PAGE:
Designer of Georgia’s Confederate License Plate Doesn’t Understand Why People Are Upset
by Josh Sanburn - TIME
A new Georgia license plate featuring a large Confederate battle flag has ignited a controversy in the state — but its designer thinks the whole thing’s overblown.
“What’s the big deal?” asks Jack Bridwell, the state commander of the Georgia division of the Sons of Confederate Veterans and the designer of the specialty plates that benefit his organization. “If I offend anyone, I don’t understand why because we had the emblem on there for years.”
Georgia has offered a Sons of Confederate Veterans-backed license plate with an image of the Confederate flag since 2003. But a recent change in the state’s manufacturing process from embossed images to digital stickers necessitated a redesign. With it came renewed attention — and a fresh round of criticism.
“To display this is reprehensible,” Southern Christian Leadership Conference spokesman Maynard Eaton told the Associated Press. “We don’t have license plates saying ‘Black Power.’”
The Confederate flag is an especially charged symbol in the South, representing a legacy of racism, injustice and oppression to many while held up as an important emblem of heritage by others.
Nine states – Alabama, Georgia, Louisiana, Maryland, Mississippi, North Carolina, South Carolina, Tennessee and Virginia – offer Sons of Confederate license plates featuring a version of the Confederate flag. Proposed plates in Florida, Kentucky and Texas have been rejected. In 2011, the board of the Texas DMV unanimously rejected a Confederate plate after hearing hours of testimony from opponents who believe the flag perpetuates racism. The Sons of Confederate veterans sued over the decision and the case remains in the courts.
According to officials at Georgia’s department of motor vehicles, the state has received 35 orders for the new plates since they became available Jan. 21. The plates sell for $80, with $10 of that going to the Sons of Confederate Veterans. State officials declined to comment on the decision to offer the group’s plates.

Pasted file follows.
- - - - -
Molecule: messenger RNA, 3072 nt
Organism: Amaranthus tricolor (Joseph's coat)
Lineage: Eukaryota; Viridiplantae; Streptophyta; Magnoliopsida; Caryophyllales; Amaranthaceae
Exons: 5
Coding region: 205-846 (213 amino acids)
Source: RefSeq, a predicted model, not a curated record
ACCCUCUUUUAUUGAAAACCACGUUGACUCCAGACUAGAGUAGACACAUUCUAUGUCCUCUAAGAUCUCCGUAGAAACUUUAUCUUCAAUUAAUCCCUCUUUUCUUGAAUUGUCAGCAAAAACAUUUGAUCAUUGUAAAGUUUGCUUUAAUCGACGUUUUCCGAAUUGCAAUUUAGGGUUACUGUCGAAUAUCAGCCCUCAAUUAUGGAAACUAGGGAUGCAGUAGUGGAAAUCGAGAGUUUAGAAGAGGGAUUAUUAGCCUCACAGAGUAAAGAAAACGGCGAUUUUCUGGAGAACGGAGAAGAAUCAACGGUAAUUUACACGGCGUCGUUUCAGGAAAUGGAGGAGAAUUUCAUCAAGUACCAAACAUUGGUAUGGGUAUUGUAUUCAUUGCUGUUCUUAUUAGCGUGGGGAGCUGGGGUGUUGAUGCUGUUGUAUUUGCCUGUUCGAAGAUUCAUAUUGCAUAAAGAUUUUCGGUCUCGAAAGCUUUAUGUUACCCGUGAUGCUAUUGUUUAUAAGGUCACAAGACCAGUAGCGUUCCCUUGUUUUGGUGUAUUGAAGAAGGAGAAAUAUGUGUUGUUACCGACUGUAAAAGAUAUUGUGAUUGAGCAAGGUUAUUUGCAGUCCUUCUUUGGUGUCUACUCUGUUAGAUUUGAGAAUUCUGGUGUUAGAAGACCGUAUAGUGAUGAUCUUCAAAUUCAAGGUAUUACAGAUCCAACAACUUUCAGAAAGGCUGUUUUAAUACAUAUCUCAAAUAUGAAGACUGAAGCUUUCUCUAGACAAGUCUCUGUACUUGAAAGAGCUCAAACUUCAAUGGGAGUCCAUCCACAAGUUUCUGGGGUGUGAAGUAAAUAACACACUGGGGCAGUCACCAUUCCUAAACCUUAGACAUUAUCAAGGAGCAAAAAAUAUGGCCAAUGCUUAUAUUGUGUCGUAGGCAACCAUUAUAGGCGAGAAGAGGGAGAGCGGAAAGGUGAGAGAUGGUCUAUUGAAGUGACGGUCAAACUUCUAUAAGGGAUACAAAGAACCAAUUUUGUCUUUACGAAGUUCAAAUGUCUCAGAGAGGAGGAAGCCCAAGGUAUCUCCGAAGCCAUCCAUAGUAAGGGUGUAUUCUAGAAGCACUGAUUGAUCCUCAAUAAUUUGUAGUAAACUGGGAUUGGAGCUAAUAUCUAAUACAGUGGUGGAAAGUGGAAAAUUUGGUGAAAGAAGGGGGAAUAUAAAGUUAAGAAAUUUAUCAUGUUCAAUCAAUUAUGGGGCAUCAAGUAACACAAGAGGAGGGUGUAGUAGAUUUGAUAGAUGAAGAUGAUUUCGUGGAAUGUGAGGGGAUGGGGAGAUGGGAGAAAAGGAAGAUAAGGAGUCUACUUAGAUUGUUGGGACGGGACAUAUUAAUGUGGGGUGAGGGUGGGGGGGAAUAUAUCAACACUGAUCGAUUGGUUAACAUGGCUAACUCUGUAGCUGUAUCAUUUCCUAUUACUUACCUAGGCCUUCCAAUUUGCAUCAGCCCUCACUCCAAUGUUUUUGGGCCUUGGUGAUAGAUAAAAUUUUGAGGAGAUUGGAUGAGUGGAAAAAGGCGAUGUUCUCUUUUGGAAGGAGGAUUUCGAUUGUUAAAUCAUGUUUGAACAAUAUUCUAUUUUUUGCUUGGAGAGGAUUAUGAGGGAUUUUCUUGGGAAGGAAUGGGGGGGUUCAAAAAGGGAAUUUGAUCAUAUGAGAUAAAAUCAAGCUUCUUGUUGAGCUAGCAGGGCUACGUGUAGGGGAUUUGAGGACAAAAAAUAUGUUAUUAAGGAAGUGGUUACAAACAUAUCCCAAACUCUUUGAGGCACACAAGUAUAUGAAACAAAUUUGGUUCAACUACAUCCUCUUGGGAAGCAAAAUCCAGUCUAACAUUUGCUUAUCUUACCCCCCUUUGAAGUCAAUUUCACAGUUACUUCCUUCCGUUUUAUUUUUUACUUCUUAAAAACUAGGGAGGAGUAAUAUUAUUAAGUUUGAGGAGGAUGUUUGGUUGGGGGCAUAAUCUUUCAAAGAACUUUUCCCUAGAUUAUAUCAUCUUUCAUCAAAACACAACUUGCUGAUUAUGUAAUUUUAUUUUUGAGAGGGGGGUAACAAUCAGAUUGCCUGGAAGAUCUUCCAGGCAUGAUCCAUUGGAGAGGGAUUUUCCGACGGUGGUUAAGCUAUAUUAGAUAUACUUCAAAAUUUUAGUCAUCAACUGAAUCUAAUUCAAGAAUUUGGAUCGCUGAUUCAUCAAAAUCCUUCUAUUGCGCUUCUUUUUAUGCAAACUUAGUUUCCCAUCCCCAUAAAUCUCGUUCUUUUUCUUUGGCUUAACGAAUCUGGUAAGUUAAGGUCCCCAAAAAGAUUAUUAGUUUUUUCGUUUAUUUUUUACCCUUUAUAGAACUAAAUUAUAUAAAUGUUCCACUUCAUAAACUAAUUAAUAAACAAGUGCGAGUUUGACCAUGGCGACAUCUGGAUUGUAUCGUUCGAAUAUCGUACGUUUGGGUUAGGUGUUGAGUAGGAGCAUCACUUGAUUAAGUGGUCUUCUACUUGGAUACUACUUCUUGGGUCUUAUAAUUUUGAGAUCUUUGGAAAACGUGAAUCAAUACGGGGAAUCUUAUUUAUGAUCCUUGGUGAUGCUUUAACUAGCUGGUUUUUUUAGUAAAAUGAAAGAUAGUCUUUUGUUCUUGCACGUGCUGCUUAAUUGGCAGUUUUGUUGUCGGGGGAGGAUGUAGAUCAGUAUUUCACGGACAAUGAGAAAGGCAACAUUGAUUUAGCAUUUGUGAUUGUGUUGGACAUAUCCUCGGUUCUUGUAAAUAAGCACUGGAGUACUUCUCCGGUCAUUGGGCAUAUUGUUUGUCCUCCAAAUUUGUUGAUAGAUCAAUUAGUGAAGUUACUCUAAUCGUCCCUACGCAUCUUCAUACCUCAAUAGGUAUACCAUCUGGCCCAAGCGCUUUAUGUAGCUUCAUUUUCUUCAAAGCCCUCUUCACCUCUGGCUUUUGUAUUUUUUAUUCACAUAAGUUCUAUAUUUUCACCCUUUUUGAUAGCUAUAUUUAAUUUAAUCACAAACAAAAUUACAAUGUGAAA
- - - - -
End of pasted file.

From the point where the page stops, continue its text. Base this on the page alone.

Bridwell says he initially wanted to include an image of Stone Mountain, a granite dome near Atlanta with carvings depicting Confederate icons Stonewall Jackson, Robert E. Lee and Jefferson Davis. But Stone Mountain is a now a theme park owned by a private entity, which claims a trademark to the image, leading the DOT to reject the design.
Georgia issues license plates benefitting dozens of other organizations and Bridwell feels the state is right not to treat his group differently than the Georgia Aquarium or the Atlanta Braves Foundation. But he’s not surprised at the reaction, even though Georgia has offered a version of the plate for years.
“The people that are up in arms about it again were up in arms the first time,” he says. “The design is just people trying to show who they are and trying to be proud of their heritage. And it’s not limited to the Sons of Confederate Veterans. Anybody in Georgia who wants one can get one. There are probably more on the road than there are members.”
On that count, at least, he’s right. There are currently 3,500 active Sons of Confederate Veterans members. More than 10,000 confederate plates have been sold in Georgia since 2003.